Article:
FAIRFIELD — Members of the Maine State Board of Education who toured Fairfield Primary School on Wednesday got a firsthand look at the state’s No. 1 school construction priority, including a top floor with no windows or running water used as the school’s art and music room.

The school, which serves about 140 students in pre-kindergarten and kindergarten, is spread out over four floors and a basement gymnasium and is plagued by a lack of windows and storage space and exposed wiring, though Principal Lori Lee said the staff tries to make the best of it. Buckets are set up in some rooms to catch leaks from the ceiling.

“I think our school is doing very well at teaching 21st-century learning in a 20th-century facility,” Lee said. “We’re kind of in a building that’s a century removed now from who we are. It’s not just about modern amenities; it’s about having some of the things we need.”

The school, which dates to around 1907 but was re-built after a fire in 1925, is currently ranked first on the state’s capital construction priority list. The list is based on a state rubric that takes into account health and safety of buildings as well as other items such as programming and overcrowding.

Right now there is no firm timeline or idea of what specific plans might be put in place to update the existing school or build a new one. It’s also unclear how much state funding would be available to School Administrative District 49, though officials said Wednesday the state probably would pay for a majority of any project that gets approved.

“It’s too early,” SAD 49 Superintendent Reza Namin said. “I just don’t want to talk about closing this or closing that, because that’s really sensitive. Let’s just figure out who we are first and list our priorities. What is the most effective way to deliver education? That’s the initial conversation, whereas in the past parents felt like they were told, ‘Oh, we’re just going to close this.’ I don’t want to do that. I want to listen to everyone.”

The school district is soliciting bids for a strategic planning firm to assist in developing a vision for Fairfield Primary as well as other schools in the district.

In the past, there has been talk of consolidating elementary schools in the district. Namin said while consolidation still could be a possibility, it’s a conversation that needs to be had by the community. Public meetings to solicit feedback probably will be held in spring 2019.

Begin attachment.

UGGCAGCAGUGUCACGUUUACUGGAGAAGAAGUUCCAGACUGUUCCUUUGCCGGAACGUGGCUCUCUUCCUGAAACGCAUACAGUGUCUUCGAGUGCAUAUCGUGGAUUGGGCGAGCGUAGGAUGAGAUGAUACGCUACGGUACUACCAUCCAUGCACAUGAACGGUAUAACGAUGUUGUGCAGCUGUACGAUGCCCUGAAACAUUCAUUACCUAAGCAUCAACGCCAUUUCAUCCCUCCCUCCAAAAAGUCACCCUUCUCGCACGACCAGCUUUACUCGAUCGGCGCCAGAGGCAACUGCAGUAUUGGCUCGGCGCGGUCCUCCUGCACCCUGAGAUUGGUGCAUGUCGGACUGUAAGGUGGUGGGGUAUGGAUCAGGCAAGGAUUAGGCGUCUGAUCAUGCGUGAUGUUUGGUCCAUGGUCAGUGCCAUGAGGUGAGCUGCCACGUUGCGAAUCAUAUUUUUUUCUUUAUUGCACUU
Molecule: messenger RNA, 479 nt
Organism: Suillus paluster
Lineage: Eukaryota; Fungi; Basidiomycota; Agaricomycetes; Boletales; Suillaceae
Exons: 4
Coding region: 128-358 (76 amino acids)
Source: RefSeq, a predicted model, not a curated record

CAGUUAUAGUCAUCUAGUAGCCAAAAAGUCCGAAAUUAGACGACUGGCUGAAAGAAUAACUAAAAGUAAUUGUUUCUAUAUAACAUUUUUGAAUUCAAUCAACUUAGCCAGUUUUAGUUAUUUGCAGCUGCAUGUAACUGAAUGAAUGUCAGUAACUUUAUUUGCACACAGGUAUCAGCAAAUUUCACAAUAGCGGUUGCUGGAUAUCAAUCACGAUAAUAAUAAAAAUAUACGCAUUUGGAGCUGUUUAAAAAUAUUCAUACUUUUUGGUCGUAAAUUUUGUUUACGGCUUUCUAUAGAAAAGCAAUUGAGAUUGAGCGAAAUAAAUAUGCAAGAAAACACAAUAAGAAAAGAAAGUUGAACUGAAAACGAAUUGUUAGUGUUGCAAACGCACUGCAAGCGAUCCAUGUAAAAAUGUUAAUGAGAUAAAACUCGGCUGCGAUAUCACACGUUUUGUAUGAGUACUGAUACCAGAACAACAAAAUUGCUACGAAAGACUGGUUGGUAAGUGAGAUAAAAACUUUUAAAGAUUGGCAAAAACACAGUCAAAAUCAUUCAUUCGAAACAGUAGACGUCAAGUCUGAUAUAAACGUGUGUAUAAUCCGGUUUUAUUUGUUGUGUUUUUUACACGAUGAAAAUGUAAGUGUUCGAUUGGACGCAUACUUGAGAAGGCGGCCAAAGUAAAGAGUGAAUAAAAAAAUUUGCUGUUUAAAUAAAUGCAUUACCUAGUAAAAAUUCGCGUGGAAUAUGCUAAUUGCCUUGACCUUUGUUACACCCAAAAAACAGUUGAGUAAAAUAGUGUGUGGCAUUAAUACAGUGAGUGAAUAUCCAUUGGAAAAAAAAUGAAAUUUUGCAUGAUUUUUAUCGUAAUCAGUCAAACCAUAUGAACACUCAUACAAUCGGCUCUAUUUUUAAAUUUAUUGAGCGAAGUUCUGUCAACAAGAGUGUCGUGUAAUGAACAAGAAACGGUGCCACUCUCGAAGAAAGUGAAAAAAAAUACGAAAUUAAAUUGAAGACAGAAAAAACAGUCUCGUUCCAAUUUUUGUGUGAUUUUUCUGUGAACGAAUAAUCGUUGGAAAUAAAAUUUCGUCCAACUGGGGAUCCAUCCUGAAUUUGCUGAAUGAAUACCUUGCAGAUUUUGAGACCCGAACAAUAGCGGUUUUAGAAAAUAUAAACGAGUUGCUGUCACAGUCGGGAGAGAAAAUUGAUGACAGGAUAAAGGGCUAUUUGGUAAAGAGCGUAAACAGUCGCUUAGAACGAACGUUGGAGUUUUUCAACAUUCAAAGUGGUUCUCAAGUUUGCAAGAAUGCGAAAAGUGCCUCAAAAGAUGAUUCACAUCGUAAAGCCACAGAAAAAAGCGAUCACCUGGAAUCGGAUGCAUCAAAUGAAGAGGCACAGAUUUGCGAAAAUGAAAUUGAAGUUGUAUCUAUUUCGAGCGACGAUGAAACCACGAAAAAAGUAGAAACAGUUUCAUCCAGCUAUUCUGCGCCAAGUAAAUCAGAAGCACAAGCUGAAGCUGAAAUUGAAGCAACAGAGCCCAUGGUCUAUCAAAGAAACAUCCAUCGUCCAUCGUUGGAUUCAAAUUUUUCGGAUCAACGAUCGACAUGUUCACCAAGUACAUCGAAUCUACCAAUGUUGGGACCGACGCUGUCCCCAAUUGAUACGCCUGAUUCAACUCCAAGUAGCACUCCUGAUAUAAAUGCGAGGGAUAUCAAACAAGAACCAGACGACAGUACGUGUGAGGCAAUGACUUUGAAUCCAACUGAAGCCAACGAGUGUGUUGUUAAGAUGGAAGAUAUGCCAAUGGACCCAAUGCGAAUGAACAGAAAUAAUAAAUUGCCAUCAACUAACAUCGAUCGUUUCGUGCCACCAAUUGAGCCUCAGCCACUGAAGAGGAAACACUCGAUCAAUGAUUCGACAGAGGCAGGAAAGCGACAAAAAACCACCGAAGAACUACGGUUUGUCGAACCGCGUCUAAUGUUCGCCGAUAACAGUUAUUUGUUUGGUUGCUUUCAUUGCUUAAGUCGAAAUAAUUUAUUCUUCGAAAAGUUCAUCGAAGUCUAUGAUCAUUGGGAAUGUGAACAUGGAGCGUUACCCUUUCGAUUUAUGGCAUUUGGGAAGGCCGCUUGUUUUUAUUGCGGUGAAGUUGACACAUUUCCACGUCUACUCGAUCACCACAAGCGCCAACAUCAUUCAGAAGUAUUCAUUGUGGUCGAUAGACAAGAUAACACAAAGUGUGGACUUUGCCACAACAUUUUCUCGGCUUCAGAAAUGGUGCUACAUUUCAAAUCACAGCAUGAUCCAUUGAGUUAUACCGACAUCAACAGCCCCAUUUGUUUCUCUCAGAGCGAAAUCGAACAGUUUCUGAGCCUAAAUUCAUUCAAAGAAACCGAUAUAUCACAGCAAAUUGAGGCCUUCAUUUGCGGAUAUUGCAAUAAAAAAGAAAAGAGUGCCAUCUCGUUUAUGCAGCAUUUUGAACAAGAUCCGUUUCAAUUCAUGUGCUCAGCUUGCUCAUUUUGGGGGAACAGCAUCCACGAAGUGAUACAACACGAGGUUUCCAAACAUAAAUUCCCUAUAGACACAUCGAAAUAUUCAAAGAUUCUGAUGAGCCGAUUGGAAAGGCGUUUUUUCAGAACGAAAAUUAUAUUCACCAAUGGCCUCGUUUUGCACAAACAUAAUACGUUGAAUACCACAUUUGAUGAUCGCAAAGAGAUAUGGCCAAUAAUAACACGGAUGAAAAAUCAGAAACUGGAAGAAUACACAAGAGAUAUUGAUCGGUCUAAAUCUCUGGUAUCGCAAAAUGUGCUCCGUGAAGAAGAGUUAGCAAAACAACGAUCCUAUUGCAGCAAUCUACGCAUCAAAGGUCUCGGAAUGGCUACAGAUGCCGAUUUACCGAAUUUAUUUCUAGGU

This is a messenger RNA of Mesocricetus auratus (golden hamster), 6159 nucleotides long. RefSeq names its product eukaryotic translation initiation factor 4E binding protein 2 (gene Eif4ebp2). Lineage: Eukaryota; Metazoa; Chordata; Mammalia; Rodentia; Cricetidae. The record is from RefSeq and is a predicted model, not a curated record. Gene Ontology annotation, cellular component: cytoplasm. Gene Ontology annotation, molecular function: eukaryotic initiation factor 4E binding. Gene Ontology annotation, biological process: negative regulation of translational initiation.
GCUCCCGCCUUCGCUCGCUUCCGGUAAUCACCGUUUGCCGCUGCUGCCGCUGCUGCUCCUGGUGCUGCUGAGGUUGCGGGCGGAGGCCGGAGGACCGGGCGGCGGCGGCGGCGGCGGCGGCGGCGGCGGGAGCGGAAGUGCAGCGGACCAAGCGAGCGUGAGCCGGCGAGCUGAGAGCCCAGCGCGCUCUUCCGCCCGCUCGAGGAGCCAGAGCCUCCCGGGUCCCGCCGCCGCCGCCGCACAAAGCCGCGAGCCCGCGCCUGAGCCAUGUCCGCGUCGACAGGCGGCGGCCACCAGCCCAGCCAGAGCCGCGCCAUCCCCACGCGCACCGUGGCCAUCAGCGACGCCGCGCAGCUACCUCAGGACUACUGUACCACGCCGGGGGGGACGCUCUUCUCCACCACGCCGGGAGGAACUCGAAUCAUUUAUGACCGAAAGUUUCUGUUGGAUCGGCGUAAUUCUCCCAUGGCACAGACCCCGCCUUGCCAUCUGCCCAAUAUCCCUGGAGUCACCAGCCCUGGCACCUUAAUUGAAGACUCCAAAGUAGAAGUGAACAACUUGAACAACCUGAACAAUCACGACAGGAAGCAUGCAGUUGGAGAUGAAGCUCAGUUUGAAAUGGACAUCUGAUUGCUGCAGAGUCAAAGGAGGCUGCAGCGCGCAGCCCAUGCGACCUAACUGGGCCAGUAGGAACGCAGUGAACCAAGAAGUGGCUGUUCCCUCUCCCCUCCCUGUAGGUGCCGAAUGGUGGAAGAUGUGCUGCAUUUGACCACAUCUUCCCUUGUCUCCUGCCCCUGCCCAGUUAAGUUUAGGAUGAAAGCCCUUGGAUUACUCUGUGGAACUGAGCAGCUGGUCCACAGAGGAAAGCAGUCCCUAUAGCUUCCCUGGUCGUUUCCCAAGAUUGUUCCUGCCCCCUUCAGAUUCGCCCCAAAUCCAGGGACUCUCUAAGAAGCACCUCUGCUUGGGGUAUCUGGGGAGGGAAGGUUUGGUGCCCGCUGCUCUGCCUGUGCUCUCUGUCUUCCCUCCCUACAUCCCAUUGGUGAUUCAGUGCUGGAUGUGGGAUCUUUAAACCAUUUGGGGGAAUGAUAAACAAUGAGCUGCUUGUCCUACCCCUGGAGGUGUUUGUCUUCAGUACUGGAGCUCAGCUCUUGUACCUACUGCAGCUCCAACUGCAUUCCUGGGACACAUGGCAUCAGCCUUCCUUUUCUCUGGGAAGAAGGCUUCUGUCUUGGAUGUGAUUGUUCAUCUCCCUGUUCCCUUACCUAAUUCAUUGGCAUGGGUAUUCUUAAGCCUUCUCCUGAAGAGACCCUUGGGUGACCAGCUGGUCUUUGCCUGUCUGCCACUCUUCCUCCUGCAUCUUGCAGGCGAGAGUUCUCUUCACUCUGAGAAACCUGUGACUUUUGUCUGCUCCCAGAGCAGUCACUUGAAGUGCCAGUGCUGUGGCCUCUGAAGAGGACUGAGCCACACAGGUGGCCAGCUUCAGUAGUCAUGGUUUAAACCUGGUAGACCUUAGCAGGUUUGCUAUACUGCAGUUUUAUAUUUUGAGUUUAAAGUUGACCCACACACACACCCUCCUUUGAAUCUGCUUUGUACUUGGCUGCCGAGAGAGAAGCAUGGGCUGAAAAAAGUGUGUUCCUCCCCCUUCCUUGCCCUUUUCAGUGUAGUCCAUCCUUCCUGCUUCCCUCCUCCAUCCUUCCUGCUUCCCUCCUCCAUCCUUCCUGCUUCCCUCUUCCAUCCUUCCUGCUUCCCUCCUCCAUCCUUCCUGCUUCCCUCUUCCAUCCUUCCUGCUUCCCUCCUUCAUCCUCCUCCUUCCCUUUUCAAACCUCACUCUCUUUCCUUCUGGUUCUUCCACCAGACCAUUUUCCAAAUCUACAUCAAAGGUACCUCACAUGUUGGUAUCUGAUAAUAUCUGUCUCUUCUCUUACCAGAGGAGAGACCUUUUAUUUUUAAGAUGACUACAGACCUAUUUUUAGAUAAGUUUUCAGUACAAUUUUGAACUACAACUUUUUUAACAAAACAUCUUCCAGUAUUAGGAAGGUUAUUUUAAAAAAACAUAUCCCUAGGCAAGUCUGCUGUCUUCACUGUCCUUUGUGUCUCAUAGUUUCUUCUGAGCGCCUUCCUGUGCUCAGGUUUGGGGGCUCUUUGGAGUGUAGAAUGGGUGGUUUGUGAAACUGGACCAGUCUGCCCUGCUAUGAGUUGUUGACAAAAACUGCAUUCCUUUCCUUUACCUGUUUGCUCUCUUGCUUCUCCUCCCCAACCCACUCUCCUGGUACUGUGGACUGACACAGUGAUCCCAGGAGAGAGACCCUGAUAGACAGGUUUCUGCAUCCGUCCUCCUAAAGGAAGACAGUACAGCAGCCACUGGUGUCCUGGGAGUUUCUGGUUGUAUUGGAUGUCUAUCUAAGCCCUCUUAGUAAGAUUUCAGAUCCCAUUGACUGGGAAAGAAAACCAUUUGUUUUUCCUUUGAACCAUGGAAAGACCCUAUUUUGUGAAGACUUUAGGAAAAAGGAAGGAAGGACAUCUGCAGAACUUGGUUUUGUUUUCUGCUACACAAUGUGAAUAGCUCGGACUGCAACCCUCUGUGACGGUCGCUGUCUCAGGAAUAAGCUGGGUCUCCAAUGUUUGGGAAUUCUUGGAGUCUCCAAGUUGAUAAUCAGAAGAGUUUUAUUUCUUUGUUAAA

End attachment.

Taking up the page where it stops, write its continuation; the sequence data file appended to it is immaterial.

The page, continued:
He said he’s also interested in exploring the possibility of moving sixth-grade students, currently spread out among three elementary schools, to Lawrence Junior High School.

That could help pave the way for a new pre-kindergarten-through-fifth-grade school.

As strategic planning starts to take place, Namin said he wants to keep in mind some of the goals he has as a new superintendent, including implementing universal pre-kindergarten, expanding the district’s gifted-and-talented program and taking advantage of the proximity of Kennebec Valley Community College to encourage more high school students to take college classes.

“I don’t want to open a conversation on which school gets closed,” Namin said. “What I would like to do is get the community together to determine our priorities and examine what our needs are.”

Enrollment in SAD 49, which serves the towns of Albion, Benton, Clinton and Fairfield, is 2,113 students in grades pre-kindergarten through 12. As part of the planning process, the district also will be conducting enrollment projections to determine future building needs.

Wilson Hess, chairman of the Maine State Board of Education, said it’s too soon to say how much funding from the state might be available to SAD 49; but given its spot on the priority list, the state probably would cover a large portion of the expenses.

Once the district comes up with a plan for construction, it will submit it to the board for approval and funding. It probably will be two to three years before any construction starts, Hess said.

Lee, the principal, said the Fairfield Primary building is safe, though a number of changes could be made. Right now, the school is spread out among four floors and a basement, and her office is on a different floor from where her secretary is.

“It would be very helpful if, for children of this age, we did not have so many stairs,” she said.

At the same time, though, the building also has a lot of history and is used by the community for other things, such as basketball games.

“My thought is, if we do exit this building, it could really serve the community moving forward,” she said. “It would just have to be cared for. That’s all.”

Rachel Ohm — 612-2368

[email protected]

Twitter: @rachel_ohm

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